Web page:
One of the underappreciated fears surrounding Donald Trump's presidential candidacy is his repeated praise for dictators and foreign authoritarian regimes. At various points during the campaign, the Republican nominee has praised Saddam Hussein, Vladimir Putin, Kim Jong-un, and even China's handling of the Tiananmen Square massacre.In a normal year in a normal party, such rhetoric would automatically disqualify someone seeking the U.S. presidency. In 2016, Republicans don't seem to care.So perhaps it shouldn't have been too big a surprise last night when Trump threw his own running mate under the bus -- a development never before seen in a presidential debate -- while tacitly defending Syria's brutal dictator.The discussion began with a question from a voter who asked about the candidates' proposed solution for Syria and the humanitarian crisis in Aleppo. Trump responded by talking about Russia's nuclear arsenal and Hillary Clinton's Libya policy. It led to this exchange:
RADDATZ: Mr. Trump, let me repeat the question. If you were president (LAUGHTER) what would you do about Syria and the humanitarian crisis in Aleppo? And I want to remind you what your running mate said. He said provocations by Russia need to be met with American strength and that if Russia continues to be involved in air strikes along with the Syrian government forces of Assad, the United States of America should be prepared to use military force to strike the military targets of the Assad regime.TRUMP: OK. He and I haven't spoken, and I disagree. I disagree.
As part of the same answer, the GOP candidate added, "I don't like Assad at all, but Assad is killing ISIS."As a rule, any sentence that begins, "I don't like Assad at all, but..." probably isn't going to end well.It was remarkable enough to hear the Republican presidential nominee denounce the foreign policy views of the Republican vice presidential nominee. It was equally striking to hear Trump get the facts wrong: Assad is not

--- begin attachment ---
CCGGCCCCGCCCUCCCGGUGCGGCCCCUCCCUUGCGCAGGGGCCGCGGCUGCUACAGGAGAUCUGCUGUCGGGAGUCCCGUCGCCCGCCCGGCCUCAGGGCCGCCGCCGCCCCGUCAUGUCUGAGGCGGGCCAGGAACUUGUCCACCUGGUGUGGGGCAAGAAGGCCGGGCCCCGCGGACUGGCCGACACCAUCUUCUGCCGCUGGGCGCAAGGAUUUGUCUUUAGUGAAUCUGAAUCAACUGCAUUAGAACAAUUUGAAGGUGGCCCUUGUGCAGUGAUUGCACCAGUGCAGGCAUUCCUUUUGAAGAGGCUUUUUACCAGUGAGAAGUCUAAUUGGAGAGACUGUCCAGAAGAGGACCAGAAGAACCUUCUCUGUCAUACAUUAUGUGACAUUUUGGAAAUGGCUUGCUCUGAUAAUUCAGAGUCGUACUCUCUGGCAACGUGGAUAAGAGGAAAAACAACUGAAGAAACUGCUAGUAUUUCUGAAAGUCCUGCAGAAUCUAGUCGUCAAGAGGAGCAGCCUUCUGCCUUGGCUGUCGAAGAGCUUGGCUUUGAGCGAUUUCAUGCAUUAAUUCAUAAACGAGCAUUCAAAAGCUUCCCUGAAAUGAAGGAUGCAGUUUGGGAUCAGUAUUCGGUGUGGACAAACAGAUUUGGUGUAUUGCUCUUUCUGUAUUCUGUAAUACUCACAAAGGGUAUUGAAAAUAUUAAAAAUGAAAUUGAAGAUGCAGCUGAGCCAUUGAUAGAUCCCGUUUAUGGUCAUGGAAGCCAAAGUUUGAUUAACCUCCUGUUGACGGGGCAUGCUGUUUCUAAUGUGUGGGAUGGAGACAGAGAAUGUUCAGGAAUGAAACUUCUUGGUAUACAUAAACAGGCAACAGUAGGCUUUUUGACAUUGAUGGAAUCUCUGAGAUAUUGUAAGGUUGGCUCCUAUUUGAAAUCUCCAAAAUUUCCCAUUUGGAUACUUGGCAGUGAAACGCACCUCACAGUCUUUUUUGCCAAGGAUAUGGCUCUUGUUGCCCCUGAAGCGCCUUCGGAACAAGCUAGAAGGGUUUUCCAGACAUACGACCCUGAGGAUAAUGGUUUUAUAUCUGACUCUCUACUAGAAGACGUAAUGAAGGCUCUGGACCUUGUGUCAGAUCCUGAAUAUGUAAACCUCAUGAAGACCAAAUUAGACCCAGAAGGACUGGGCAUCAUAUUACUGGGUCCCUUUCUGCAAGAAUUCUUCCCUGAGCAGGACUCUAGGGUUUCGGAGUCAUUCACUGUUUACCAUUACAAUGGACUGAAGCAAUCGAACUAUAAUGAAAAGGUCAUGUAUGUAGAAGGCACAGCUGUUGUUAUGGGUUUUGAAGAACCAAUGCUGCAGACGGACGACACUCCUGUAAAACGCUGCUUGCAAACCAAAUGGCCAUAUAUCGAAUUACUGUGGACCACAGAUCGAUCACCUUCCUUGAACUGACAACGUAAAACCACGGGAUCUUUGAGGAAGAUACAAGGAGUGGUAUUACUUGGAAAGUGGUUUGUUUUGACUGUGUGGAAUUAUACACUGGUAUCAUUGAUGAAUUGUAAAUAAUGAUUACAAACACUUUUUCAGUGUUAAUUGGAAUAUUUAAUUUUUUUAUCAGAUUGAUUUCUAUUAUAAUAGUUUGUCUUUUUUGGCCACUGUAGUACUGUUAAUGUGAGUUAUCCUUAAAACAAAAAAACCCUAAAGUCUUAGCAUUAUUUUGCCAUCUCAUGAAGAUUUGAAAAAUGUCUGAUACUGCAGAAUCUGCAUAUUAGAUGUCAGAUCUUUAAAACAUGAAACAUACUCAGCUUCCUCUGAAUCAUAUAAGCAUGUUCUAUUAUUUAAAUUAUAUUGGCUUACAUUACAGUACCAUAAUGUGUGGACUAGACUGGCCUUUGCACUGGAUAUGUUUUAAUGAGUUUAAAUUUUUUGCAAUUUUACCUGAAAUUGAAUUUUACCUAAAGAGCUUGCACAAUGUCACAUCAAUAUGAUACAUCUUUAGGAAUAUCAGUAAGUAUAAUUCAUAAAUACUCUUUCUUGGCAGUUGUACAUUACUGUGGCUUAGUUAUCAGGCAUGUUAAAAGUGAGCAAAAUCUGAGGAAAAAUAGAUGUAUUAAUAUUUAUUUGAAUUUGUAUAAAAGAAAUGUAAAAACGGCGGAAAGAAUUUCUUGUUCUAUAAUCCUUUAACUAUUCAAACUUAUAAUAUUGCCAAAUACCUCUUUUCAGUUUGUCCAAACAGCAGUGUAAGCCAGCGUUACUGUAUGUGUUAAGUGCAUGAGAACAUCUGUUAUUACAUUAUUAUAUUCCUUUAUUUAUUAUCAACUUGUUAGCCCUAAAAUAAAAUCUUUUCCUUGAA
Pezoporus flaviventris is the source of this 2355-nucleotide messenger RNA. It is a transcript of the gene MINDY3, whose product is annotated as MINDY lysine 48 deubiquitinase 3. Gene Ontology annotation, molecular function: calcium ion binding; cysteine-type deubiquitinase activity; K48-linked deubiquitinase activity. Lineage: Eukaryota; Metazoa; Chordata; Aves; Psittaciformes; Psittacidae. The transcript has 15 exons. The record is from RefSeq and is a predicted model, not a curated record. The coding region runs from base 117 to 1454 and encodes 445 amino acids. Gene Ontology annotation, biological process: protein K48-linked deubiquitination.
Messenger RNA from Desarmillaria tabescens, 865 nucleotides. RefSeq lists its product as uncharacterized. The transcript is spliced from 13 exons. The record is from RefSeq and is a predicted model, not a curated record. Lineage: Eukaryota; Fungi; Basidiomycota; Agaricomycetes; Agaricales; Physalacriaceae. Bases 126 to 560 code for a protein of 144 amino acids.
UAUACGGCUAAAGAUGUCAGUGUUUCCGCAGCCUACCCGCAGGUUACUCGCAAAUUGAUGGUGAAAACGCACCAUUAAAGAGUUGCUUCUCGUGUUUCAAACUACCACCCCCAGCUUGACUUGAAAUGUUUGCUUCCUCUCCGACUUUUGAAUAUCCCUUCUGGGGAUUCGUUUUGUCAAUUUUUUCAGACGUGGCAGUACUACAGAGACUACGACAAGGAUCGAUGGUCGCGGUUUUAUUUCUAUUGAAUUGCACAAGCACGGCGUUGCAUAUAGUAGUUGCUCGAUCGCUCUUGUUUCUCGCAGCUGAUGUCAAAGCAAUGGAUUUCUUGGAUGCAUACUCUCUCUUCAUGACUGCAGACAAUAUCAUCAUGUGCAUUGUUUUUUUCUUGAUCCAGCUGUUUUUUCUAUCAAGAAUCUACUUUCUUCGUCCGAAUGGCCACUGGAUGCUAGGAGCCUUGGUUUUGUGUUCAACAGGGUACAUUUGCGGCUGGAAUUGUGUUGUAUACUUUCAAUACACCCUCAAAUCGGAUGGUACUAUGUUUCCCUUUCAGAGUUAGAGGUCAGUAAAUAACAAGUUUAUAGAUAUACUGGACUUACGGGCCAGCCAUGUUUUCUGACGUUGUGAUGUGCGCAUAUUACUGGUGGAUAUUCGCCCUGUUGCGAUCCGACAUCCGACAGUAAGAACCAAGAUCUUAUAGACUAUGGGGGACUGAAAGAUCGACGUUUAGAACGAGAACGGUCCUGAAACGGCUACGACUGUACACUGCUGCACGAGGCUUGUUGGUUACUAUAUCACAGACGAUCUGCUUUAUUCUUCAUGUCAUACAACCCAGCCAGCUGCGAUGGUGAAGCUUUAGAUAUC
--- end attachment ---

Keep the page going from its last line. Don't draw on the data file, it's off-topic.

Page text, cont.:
, in reality, targeting ISIS.But as Vox's Zack Beauchamp and Yochi Dreazen explained
, Trump also gave every indication that he's siding with Assad in Syria's civil war.
Trump didn't seem even remotely bothered by the fact that Assad has used chemical weapons against his own people and presides over a military that has killed tens of thousands of Syrian civilians and driven millions more from their home.Anyone still wondering how a President Trump would handle the world should pay close attention to the exchange about Syria, which offers a near-perfect distillation of his core beliefs. Warm words for dictators? Check. Turning a blind eye to rampant human rights abuses? Check. A startling lack of basic knowledge about current events on the ground? Check. The belief that he knows more about military strategy than the military itself? Check again.
Soon after, co-moderator Martha Raddatz asked Trump, "What do you think will happen if Aleppo falls?" He said Aleppo "is a disaster." Since that wasn't much of an answer, she asked again, "What do you think will happen if it falls?" Trump paused briefly before answering
, "I think that it basically has fallen."The interesting part of this -- aside from the fact that Aleppo has clearly not
fallen -- is that it was so obviously Trump's way of answering without acknowledging that he had no answer. You could almost hear him thinking, "Wait, if I say Aleppo has already fallen, then I won't have to answer the question!"When it comes to debate analysis, the consensus across much of the media seems to be that it doesn't matter if a candidate has no idea what he's talking about. That said, let's acknowledge the fact anyway that Trump has no idea what he's talking about.